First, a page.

Thursday, August 11, 2016

Some Prayers to Capital, Mass Media and Consumerism

United Citizen Ship (2016) Oil on canvas 48" x 48" Evoke Contemporary, Santa Fe, NM

Lets face it: We live in a society that worships money and consumerism over all other things. We rarely question the imposed fictions of the financial institutions that rule our world and entire lives. We live as submissive sheep oblivious and following the Neo-liberal agenda while rapidly depleting  the finite natural resources of this planet. Money stands as the supreme global religion that all can agree with and come together at the table. Very few dare to be blasphemous against the  sacred rules of the Free Market so it's time we start our day with a few prayers: 

To Our Holy Capital:

Our Capital, Who art in tax haven
Hallowed by Thy Name;
Thy corporations come,
Thy will be done,
on Main Street as it is in Wall Street.
Give us this day our consumer goods,
and forgive us our student loans,
as we forgive those who trespass our borders;
and lead us not into anarchy and revolution,
but deliver us from government regulations. Amen. 

Adoracion Capital (2014) Oil on cavas 36" x 36" Henao Contemporary, Orlando, FL

To Mass Media:

Hail Mass Media, full of grace.
Our money is with thee
Blessed art thou among channels,
and blessed is the fruit of thy womb,
Advertisement.
Holy Mass Media, Mother of Profit,
Pray for us consumers,
now and at the hour of our debt.
Amen.


Virgen Protectora del Comercio (2013) Oil on canvas 48" x 48" Private Collection

Glory be to the Free Market and to the Corporation and to the Holy Capital. As it was in the beginning is now, and ever shall be, world without end. Amen.

Two Prayers to Consumerism:

El Santo Rey (2013) Oil and metal leaf on carved wood 8' tondo. Private Collection

“O Sacred Heart of Our Marvelous Magical King, pour out your value meals upon our franchise, upon its managers, and upon all its workers.  Sustain the consumer demand, convert the non believers, assist the customers, deliver the burgers in front of the house, and have it your way always.  Amen”.

La Inocente (2013) Oil and metal leaf on carved wood 8' tondo. Private Collection

“O Sacred Heart of Our Innocent Wendy, we entrust our family, neighbor and homeland mealtime to you. Look down upon us and serve us your Old Fashioned hamburgers from your blessed renewed Heart. Become our refuge in life and our gateway to Food Paradise. Forgive our lack of appetite and awaken our hunger that we may become your faithful consumers in this life and the next, Amen”. 

Thursday, July 14, 2016

Artist to Artist: Don't compete with others, only with yourself.

Whether one is in art school or participating in an art contest, it is quite easy to fall into the trap of thinking this is all about competition. After all they train us from an early age to compete and beat your opponent, be it in sports or any other discipline. This may well be ingrained in our ancestral genes as we strived for survival and in pursuit of scarce resources. But let's not forget our hunter/gatherer ancestors also learned to cooperate with each other in order to survive. In a modern capitalist society it seems most natural to compete against each other. But allow me to question this competitive attitude for a moment and briefly explain why I believe it is unhealthy when it comes to art practices.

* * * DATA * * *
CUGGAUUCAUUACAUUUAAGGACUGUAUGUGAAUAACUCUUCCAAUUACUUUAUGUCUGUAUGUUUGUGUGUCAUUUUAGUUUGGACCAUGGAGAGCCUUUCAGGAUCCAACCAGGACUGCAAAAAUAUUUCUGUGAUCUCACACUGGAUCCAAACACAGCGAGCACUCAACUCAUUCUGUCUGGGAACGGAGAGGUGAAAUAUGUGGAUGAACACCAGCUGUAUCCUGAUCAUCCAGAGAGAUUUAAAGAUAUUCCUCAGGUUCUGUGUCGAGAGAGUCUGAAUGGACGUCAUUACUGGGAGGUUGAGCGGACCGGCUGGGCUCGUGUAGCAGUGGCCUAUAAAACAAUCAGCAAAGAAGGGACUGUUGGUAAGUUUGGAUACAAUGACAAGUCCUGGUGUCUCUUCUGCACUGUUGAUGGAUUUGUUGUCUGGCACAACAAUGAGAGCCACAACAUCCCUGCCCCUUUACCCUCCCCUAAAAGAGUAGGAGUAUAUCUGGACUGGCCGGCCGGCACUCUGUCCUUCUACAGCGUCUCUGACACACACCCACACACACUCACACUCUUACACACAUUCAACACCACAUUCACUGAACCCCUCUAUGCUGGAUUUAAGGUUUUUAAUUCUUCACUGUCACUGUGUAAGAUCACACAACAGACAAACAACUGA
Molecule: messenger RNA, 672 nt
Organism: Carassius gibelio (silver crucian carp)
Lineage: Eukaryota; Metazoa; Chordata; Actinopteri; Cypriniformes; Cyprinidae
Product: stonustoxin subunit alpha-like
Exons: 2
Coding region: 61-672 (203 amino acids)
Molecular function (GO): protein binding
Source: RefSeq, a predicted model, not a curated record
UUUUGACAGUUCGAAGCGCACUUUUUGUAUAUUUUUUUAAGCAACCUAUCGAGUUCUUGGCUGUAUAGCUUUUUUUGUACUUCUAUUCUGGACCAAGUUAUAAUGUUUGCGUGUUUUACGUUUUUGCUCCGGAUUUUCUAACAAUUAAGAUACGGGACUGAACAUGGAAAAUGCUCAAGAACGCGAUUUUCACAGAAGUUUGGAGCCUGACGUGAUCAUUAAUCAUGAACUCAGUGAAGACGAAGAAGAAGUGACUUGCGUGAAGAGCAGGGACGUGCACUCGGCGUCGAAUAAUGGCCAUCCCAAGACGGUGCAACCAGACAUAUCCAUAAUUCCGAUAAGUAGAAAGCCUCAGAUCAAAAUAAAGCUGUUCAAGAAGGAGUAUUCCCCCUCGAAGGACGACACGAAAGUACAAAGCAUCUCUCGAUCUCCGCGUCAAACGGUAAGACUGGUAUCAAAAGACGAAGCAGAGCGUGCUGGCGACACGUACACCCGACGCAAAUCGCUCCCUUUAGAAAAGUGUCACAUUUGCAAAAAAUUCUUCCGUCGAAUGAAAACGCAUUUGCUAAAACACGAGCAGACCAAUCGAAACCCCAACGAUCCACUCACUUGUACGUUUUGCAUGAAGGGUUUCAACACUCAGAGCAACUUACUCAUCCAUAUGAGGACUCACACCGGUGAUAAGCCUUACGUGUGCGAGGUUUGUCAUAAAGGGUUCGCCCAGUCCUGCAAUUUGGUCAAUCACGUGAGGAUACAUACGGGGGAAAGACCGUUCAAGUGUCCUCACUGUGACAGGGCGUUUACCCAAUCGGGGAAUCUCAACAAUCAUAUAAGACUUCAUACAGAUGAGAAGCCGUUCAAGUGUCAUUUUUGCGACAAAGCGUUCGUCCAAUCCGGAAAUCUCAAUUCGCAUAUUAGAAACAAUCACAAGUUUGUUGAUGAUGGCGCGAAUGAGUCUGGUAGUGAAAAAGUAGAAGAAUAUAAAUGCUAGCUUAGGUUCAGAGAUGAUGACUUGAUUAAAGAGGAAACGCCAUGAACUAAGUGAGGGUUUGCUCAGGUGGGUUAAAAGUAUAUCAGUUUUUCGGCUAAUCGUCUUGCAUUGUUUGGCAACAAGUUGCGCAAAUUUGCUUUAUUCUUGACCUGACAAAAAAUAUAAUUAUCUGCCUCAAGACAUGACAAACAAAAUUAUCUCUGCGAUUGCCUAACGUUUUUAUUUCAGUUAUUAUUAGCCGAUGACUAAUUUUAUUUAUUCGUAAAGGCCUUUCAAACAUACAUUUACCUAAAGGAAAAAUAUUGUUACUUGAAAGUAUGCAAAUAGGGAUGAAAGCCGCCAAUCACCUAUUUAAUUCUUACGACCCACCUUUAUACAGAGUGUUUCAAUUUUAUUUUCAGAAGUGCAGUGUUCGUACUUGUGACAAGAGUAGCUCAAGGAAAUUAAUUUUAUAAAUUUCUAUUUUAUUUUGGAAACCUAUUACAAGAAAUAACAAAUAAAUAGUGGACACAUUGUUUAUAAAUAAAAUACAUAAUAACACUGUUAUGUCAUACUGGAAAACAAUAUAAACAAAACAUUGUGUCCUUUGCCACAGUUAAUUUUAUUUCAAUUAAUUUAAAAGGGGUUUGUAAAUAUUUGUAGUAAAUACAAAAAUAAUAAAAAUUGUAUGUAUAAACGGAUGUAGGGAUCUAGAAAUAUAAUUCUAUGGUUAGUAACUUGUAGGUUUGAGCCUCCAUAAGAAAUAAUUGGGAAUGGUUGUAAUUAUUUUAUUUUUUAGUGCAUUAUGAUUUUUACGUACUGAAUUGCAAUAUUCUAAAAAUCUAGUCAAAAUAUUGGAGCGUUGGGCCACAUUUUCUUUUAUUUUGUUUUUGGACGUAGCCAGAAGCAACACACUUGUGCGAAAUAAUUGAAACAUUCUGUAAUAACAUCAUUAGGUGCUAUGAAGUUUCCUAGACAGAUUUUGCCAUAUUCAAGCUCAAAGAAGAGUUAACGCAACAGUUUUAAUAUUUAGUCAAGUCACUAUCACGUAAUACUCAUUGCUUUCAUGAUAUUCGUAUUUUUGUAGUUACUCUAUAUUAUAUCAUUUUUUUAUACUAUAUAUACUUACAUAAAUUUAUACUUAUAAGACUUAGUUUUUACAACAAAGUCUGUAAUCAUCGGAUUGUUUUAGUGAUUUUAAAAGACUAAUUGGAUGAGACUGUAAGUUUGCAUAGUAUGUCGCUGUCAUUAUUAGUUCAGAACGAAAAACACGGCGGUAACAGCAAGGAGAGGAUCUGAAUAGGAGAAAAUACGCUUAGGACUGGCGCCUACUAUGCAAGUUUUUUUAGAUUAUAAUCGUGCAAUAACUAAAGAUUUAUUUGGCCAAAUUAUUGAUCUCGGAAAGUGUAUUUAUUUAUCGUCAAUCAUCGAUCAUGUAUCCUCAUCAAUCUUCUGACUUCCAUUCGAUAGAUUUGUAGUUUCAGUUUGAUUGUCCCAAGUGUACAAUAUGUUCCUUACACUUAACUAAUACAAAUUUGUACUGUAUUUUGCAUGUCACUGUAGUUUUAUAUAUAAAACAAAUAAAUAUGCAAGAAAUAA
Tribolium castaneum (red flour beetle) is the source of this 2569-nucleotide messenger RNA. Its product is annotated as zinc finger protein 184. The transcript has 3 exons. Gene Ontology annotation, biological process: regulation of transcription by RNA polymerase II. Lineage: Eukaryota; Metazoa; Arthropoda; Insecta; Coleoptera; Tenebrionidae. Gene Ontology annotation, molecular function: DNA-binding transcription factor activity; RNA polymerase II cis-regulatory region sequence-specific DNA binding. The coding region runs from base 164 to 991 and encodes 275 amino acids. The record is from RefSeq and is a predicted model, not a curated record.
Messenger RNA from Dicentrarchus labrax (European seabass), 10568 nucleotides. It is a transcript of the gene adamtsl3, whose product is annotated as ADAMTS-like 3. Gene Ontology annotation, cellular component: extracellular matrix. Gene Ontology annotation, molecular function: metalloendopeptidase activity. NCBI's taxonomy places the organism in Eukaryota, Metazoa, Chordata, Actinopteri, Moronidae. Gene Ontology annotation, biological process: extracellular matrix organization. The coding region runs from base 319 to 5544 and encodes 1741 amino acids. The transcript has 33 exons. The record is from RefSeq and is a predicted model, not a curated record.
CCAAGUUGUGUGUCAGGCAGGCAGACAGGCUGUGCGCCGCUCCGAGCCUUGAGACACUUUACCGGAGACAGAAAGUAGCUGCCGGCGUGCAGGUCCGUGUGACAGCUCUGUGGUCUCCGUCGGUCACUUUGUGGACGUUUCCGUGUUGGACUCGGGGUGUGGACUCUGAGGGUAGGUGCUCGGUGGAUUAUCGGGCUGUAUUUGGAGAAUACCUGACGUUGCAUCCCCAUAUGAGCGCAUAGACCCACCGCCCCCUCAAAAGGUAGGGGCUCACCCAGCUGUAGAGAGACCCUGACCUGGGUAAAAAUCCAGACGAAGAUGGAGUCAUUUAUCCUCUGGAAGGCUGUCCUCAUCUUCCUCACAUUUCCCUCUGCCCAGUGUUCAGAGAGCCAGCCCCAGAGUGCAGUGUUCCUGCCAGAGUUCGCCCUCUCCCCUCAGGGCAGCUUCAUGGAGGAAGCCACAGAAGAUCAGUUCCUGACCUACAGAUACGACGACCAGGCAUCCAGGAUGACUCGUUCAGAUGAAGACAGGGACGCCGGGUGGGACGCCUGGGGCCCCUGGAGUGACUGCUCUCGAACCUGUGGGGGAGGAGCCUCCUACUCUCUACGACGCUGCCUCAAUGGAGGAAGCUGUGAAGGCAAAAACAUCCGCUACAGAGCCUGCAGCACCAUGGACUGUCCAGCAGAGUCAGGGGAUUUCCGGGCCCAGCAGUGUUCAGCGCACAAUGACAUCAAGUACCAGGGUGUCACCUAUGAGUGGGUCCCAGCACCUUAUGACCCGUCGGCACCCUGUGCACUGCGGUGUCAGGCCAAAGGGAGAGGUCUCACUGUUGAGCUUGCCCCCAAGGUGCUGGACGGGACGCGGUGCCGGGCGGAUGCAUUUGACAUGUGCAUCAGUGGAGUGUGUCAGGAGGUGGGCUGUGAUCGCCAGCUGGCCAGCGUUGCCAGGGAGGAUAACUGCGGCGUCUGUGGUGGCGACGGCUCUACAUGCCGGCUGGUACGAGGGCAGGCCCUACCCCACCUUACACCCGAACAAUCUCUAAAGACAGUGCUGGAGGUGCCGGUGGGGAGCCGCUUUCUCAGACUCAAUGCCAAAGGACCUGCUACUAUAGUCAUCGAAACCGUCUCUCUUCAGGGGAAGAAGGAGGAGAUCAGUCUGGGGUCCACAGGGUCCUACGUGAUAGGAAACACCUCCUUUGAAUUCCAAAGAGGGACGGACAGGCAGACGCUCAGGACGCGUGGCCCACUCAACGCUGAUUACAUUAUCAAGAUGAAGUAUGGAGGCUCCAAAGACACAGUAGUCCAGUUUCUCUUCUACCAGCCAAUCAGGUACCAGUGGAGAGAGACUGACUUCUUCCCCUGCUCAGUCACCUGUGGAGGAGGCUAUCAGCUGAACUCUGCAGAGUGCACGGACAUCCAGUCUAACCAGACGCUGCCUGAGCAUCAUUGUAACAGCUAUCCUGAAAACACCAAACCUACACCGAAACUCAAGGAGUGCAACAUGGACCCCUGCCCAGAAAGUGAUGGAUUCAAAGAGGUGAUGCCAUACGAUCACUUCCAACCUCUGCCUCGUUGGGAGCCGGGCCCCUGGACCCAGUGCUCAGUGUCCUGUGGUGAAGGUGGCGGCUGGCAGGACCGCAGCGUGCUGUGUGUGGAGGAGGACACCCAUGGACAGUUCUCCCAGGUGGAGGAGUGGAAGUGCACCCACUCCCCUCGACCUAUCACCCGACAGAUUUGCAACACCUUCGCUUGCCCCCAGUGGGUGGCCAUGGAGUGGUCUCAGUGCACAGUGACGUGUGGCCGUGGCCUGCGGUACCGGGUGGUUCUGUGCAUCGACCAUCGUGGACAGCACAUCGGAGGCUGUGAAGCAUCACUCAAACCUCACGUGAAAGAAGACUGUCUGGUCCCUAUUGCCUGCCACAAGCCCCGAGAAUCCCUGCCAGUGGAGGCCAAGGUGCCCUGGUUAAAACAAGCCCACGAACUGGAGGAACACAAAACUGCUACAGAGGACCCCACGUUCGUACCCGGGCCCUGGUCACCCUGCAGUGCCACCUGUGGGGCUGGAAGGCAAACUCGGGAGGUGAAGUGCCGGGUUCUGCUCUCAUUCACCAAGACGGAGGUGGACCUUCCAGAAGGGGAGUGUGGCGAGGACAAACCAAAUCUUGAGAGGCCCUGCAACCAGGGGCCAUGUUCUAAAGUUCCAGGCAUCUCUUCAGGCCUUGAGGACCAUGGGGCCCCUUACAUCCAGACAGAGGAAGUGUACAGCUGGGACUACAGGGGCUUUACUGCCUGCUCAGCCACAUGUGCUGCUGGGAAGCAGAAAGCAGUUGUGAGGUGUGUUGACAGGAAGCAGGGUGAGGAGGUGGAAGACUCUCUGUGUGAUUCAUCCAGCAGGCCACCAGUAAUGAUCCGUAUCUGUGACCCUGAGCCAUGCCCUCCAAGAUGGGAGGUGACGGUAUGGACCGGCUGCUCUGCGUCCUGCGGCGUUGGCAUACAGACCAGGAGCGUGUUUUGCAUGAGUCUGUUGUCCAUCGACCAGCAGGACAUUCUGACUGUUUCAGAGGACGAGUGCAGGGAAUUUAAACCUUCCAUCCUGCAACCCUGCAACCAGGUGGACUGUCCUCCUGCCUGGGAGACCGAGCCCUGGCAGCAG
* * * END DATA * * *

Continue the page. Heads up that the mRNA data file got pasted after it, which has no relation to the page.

Art unlike science, math or even sports is a subjective field. Proper measurements on what is good or not can be debated for hours and it's nearly impossible to agree on a set of rules of what makes good art. Cultural background, age, nationality, race, politics, religion and education play a decisive part in a person's judgment on what makes good art. On top of that, aesthetic definitions change all the time. What most mainstream contemporary art connoisseurs consider good art will most likely change within a generation and keep changing afterward. Truth is we are filled with  so many adopted preconceptions and ideas about what art is, that when it comes to comparing our own art with others, we are either extremely unfair with ourselves or overtly complacent.




The problem with the competing "me v.s. them" mentality is twofold. We either compare ourselves to other artists that we consider inexperienced or way more advanced than us. The problem when we compare ourselves with artists we believe to be unprepared or lacking artistic skills is that we then become lazy and conformist with what we already master, assuming we are on top. When we compare ourselves to artists that are ahead of us in level of mastery, we end up being too harsh with our outcomes and end up frustrated.  Often we ignore  that these artists could have started practicing when they were much younger than us. Sometimes they are simply "gifted". Some of us have to work harder to achieve a successful work of art, but that should not be a discouragement. Many "gifted" artists take for granted their talents and go to waste. Sometimes it's better to sweat it and work harder so one can really appreciate what one has reaped.



My Studio in Savannah, GA in 2006

Even if we compete against artist we consider to be at the same level as us, we forget that everyone's path is different and there is no "one" right way to do art
Instead, why not compete with yourself. If last year you produced 10 high quality paintings, try to make 15 this year without sacrificing quality. Do not try to speed up  your process just because other artists are producing 30 or even 40 paintings a year. This is not a race to see who makes more, but rather make art that pleases you and you feel proud of. Most of the time this requires time and perseverance. One can learn from other's mistakes but even better: Learn from your own mistakes.